Ok, I'm resurrecting an older thread here. David, thanks for that last post. I like the idea of an ICU yard, I am considering something of the sort, or even maybe a "wild" yard where I carry swarms and cut-outs to and allow them to build up (hopefully) without a lot of beek pressure on them...within reason, of course. My little piece of swamp has a lot of south Alabama bottom land to it so would be interesting to see how the bees do. The area that could possibly get decent sunshine is probably only 1/8 mile from the dirt road frontage and it would need a few pines dropped to insure a fair amount of sunshine. The problem is that that area lays on the side of a hill and would/could be seen from the road fairly easily. I might have to set up some type of security fence on the road-side of them.
Back to the original topic... I know I seemed to be stuck on the idea that AFB could be transported with the bees when they swarmed and still believe that even though I've become comfortable with the idea that the possibility of that happening is small. I was reading yesterday in the May 2012 issue of ABJ and came upon this statement by Dr. Larry Connor on page 453. So my newbee mind wasn't so terribly "out there in left field". Risks of Swarms There is a small but statistically significant chance that swarms will carry spores of American foulbrood (AFB) in the honey in their stomachs. Some beekeepers put antibiotics into the sugar syrup as a preventative. Rather than do that, I watch the brood combs very carefully for the appearance of any diseases, eliminating the swarm if I see AFB.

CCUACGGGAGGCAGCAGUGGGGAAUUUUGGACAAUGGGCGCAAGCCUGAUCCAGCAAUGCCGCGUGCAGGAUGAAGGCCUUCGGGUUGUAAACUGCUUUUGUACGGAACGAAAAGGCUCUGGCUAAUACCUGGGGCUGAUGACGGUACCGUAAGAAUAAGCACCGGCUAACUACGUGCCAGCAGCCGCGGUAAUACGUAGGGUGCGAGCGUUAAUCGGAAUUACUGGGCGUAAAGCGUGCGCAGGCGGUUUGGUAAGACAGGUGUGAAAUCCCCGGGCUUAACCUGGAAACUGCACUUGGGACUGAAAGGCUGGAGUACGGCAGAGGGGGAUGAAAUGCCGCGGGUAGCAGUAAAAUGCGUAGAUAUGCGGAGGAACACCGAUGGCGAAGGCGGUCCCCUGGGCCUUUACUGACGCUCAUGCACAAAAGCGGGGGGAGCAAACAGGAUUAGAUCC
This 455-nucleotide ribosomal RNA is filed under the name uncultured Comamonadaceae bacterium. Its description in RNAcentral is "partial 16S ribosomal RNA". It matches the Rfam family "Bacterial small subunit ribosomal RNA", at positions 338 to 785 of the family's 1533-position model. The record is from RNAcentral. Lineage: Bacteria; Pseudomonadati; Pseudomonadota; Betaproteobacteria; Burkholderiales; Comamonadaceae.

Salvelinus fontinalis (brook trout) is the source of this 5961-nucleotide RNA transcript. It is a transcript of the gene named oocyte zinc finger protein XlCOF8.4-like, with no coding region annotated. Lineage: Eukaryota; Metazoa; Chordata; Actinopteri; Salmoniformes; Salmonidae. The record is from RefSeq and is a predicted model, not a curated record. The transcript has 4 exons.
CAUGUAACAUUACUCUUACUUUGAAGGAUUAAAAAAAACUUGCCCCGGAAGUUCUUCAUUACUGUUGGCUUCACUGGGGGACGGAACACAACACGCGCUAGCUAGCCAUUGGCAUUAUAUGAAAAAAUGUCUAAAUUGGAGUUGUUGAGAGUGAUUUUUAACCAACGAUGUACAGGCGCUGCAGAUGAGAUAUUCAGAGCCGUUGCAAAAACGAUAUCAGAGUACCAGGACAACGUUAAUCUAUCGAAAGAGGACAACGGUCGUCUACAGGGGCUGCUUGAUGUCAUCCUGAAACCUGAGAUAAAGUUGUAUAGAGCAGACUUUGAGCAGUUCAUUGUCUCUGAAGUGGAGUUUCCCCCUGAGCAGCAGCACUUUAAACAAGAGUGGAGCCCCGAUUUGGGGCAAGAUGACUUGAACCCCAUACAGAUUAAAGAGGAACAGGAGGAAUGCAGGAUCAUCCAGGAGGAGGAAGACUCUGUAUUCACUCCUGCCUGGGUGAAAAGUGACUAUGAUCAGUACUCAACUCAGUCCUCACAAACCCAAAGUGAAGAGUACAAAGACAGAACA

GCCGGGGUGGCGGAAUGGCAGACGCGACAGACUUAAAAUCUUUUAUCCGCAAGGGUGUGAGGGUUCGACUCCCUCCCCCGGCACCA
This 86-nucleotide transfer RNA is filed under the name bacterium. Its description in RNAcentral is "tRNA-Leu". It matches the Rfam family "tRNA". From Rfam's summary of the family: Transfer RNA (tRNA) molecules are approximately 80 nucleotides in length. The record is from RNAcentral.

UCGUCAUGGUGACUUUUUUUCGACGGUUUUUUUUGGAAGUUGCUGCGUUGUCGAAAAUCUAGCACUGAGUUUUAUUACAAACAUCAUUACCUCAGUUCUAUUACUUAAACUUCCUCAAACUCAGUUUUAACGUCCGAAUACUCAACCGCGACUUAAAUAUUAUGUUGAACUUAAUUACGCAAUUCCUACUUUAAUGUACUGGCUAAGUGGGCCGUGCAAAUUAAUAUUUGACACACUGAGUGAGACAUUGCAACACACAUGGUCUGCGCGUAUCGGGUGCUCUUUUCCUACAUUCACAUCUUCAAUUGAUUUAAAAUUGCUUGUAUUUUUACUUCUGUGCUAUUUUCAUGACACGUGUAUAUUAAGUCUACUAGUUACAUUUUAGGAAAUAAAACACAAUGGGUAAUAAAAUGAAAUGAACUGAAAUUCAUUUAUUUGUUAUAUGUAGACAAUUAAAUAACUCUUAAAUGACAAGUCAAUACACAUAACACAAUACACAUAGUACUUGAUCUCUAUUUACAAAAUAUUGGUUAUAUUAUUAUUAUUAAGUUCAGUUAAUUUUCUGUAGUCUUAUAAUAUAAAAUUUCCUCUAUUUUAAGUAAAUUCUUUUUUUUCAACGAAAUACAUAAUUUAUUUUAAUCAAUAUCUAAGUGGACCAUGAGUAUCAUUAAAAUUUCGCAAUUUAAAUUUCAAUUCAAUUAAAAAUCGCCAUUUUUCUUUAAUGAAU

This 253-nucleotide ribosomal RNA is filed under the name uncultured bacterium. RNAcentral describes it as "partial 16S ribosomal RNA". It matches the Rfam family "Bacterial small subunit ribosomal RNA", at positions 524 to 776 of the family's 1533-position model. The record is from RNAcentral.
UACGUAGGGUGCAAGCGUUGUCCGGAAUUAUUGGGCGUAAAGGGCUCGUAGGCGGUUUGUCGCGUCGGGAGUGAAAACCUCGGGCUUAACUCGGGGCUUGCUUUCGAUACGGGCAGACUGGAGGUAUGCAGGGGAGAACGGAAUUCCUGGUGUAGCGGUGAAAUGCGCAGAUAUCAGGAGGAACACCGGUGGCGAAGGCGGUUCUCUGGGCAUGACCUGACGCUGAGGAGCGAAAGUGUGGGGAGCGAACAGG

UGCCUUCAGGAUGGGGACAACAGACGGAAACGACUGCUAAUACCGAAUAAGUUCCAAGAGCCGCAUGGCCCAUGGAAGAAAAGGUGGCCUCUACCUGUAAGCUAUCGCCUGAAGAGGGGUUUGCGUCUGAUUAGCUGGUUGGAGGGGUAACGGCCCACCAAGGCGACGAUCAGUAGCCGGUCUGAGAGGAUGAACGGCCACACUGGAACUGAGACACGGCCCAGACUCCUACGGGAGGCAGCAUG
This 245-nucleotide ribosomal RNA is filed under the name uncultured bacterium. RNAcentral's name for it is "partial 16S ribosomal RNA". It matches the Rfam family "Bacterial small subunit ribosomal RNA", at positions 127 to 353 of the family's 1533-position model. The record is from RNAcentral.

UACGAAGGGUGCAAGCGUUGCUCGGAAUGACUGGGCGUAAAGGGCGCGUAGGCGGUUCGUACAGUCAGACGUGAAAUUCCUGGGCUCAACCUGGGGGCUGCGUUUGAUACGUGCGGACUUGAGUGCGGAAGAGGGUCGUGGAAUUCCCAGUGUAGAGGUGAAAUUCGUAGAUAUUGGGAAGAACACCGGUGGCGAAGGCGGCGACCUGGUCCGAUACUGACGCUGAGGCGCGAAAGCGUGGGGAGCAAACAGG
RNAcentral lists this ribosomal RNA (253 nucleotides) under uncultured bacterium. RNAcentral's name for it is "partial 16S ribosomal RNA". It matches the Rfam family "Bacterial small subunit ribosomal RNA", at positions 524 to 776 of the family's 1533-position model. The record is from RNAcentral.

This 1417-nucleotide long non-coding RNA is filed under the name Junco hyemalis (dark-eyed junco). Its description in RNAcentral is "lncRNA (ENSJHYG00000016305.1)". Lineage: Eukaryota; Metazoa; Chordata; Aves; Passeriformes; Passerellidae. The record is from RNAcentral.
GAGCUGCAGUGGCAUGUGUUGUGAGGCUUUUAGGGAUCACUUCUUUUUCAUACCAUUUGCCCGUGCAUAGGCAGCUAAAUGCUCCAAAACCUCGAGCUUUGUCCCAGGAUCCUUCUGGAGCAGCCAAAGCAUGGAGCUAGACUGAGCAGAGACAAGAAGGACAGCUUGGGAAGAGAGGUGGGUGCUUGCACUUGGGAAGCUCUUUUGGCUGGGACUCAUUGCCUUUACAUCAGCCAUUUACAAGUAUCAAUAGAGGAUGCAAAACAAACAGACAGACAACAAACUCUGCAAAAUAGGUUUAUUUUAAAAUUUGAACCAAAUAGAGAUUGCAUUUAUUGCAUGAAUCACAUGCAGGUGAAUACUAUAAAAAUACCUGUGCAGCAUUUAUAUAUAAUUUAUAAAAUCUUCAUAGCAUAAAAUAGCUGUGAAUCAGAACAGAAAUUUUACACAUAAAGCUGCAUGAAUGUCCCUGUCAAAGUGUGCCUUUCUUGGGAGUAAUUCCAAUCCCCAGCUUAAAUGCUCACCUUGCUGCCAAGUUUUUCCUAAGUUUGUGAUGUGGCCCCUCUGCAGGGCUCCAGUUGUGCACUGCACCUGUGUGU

Connors doesn't say anything about quarantining the swarms, though.
Anyhow, just thought I'd pass this on.